ubc urban studio
Sustainable Urbanism: The Hastings Street Corridor in Burnaby






Urban Studio Title Page and Overview

This studio aimed to engage the varied issues associated with sustainable design as they combine in the condition of our region's many urban corridors.  Centred on the Hastings Corridor in Burnaby between Boundary Road and Cliff Avenue, the course investigated issues of increased density, movement within and through the district, sustainability, environmental management and social diversity.  These issues were explored across a broad range of scales.  The result was a series of design strategies that envision the Hastings Corridor in 2050 as a vibrant, unique and sustainable district characterized by ecological sensitivity, local commerce, multi modal transportation and diverse social activity.

The process of the studio included a precedent study of similar corridors, an analysis of the Hastings Corridor, the development of a set of design principles, a collaborative master plan, and finally, individual design interventions.  Students conducted an in-depth analysis of the history, building typology, geology and ecology, movement patterns, infrastructure and people of the Hastings Corridor.  The opportunities and constraints identified in these analyses were addressed by a series of design principles.  These principles subsequently defined the design strategies applied to the master plan. 

Based upon an illustrative methodology established by the Design Centre for Sustainability, the master plan was to incorporate 7500 new dwelling units and 6000 new jobs, 2500 of which should be provided through commercial space.  The master plan was to also illustrate new movement systems, building typologies and green space.  Based upon the interventions manifested in the master plan, students addressed individual areas of interest upon which to focus their final design project. 

Among Landscape Architecture students, interests included ameliorating auto domination along Hastings Street, a typological design of green streets and alleys, envisioning the redevelopment of oil refinery land into sustainable communities, identifying possibilities for public space in unused spaces within the neighbourhood, providing alternative water treatment systems and expanding transit oriented development. 

Among architecture students, projects included the design of an alley theatre, community library, bus exchange, iconic recreation centre, sustainable agricultural educational centre and resource re-use centre; re-imagining the role of the corner store and grocery store within the community; gas station sites revamped into community oriented development and a vertical remix of commercial/residential opportunities.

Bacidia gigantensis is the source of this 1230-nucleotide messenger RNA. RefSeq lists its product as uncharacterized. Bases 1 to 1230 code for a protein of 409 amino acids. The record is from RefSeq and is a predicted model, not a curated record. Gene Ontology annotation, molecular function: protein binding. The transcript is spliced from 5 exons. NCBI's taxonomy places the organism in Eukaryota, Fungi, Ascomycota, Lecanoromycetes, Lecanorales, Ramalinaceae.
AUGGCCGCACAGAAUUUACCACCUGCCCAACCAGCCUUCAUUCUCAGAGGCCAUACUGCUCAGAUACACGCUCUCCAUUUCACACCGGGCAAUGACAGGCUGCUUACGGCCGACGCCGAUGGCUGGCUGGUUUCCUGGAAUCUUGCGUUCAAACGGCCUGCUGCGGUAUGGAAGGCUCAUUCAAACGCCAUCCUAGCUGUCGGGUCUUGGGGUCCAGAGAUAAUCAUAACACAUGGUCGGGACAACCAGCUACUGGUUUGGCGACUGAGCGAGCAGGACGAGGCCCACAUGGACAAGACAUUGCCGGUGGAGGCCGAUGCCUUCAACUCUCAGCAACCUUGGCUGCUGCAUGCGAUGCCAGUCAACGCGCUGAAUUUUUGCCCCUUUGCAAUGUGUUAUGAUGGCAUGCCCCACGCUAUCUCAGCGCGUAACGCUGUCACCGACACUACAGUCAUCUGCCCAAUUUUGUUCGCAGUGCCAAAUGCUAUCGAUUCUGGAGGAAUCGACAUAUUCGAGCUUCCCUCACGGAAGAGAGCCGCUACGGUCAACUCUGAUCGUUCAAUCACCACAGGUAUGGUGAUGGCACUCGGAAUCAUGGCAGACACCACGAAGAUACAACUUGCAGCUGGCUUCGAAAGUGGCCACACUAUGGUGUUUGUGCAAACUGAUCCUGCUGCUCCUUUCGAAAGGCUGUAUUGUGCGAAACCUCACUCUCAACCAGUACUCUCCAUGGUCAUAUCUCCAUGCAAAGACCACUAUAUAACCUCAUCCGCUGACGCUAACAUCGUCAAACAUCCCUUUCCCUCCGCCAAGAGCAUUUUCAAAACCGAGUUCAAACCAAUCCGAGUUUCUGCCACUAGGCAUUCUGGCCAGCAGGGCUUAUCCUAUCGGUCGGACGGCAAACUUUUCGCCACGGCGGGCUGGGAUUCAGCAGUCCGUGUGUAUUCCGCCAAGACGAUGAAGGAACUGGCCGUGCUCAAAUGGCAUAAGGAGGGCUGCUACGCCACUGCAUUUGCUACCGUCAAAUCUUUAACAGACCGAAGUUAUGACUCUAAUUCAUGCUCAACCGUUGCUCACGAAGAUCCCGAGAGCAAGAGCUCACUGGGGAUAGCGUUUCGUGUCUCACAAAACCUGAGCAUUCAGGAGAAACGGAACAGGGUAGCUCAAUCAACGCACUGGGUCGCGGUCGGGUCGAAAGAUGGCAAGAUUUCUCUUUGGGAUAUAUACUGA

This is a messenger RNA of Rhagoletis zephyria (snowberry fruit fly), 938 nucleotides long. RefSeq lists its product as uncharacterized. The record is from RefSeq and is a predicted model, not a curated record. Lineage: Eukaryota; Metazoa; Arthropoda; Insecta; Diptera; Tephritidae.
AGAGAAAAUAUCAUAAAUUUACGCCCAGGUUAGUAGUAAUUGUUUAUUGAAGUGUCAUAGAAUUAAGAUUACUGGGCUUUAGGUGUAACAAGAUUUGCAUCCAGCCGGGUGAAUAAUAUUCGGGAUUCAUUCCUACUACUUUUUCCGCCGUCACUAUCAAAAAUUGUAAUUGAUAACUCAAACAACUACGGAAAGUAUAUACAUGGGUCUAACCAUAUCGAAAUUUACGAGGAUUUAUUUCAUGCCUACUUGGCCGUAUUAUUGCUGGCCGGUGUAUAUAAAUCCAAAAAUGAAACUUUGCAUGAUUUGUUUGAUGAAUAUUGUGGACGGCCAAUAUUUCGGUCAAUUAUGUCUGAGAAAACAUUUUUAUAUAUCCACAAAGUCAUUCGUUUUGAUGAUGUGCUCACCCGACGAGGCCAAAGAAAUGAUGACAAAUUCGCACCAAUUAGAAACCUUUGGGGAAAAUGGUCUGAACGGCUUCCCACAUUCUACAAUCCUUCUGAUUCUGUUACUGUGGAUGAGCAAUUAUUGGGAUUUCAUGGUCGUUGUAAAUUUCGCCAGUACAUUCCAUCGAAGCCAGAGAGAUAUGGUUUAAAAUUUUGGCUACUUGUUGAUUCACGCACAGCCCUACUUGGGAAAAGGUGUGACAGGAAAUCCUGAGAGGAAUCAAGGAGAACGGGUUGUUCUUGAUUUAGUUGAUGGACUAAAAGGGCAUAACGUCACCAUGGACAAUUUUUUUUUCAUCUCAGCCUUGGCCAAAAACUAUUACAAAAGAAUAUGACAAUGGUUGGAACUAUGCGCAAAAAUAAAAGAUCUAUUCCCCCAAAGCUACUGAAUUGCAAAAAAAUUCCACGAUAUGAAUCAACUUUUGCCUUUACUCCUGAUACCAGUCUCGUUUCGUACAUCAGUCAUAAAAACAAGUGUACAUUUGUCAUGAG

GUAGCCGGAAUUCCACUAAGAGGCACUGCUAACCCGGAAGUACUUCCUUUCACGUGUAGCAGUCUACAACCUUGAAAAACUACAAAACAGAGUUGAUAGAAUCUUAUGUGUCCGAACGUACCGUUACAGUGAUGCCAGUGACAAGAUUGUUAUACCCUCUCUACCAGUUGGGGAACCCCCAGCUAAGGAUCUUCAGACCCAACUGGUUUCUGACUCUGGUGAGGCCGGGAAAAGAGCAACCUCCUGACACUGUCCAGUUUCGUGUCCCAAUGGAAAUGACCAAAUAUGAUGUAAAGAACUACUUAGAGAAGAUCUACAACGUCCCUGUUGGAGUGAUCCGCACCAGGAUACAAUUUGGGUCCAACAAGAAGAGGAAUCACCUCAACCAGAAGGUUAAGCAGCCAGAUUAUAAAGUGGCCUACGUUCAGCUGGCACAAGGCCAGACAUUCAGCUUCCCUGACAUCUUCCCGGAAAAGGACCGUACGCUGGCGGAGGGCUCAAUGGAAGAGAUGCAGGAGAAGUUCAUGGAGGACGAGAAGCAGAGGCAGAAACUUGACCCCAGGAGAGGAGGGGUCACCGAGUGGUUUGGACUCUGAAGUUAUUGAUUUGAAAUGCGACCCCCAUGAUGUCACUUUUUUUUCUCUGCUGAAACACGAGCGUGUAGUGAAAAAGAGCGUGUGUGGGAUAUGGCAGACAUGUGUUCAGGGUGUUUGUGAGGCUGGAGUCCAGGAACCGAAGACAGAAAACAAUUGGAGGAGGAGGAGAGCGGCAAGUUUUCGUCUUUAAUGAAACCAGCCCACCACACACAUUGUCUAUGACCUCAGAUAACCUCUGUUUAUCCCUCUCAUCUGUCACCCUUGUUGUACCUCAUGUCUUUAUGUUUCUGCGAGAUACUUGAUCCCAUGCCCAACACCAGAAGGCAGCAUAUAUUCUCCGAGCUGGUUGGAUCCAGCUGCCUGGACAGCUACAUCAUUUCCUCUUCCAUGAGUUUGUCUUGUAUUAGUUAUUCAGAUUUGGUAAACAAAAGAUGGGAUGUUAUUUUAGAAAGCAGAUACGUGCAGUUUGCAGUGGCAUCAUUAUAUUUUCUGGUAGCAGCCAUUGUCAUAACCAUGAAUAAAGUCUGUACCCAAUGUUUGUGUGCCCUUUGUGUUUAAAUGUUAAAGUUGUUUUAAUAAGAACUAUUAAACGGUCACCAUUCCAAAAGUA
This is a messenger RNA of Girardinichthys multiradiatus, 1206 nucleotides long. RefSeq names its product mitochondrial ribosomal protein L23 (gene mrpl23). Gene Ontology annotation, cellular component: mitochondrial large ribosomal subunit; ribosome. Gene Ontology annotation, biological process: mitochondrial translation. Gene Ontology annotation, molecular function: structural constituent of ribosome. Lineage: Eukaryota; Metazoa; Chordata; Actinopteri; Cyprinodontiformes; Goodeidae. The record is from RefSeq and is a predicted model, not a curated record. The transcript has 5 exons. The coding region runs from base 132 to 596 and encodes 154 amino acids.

Operationally, the studio invited interdisciplinary collaboration between architecture and landscape architecture students, while emphasizing core disciplinary concerns.  The goal of this interdisciplinary studio was to promote the exchange of ideas between students and teachers of differing backgrounds and interests to shift methods of analyzing and synthesizing ideas about the world and design. The resulting design strategies come together in innovative and exciting forms that speak to the future, while also referencing the value of the existing neighbourhood and its physical setting.


Course Learning Objectives:

1. To understand the overlap between architectural typology and issues of the sustainable urban landscape

2. To understand how the policy milieu informs the urban landscape and may be reciprocally informed in turn.

3. To understand very fundamental ways of understanding urban landscapes including block and parcel configuration, street network configuration, parcel and building relationships, and building typologies.

4. To understand the role of public infrastructure - and road infrastructure in particular - as a point of intersection of ecological, transportation and social goals.

5. To learn to work collectively and collaboratively with allied professionals as a prelude
to later career life.

6. The demonstration of an understanding of these concerns will be observed through the exercise of both individual and collaboratively produced analysis, synthesis, large scale urban design proposals and specific design proposals.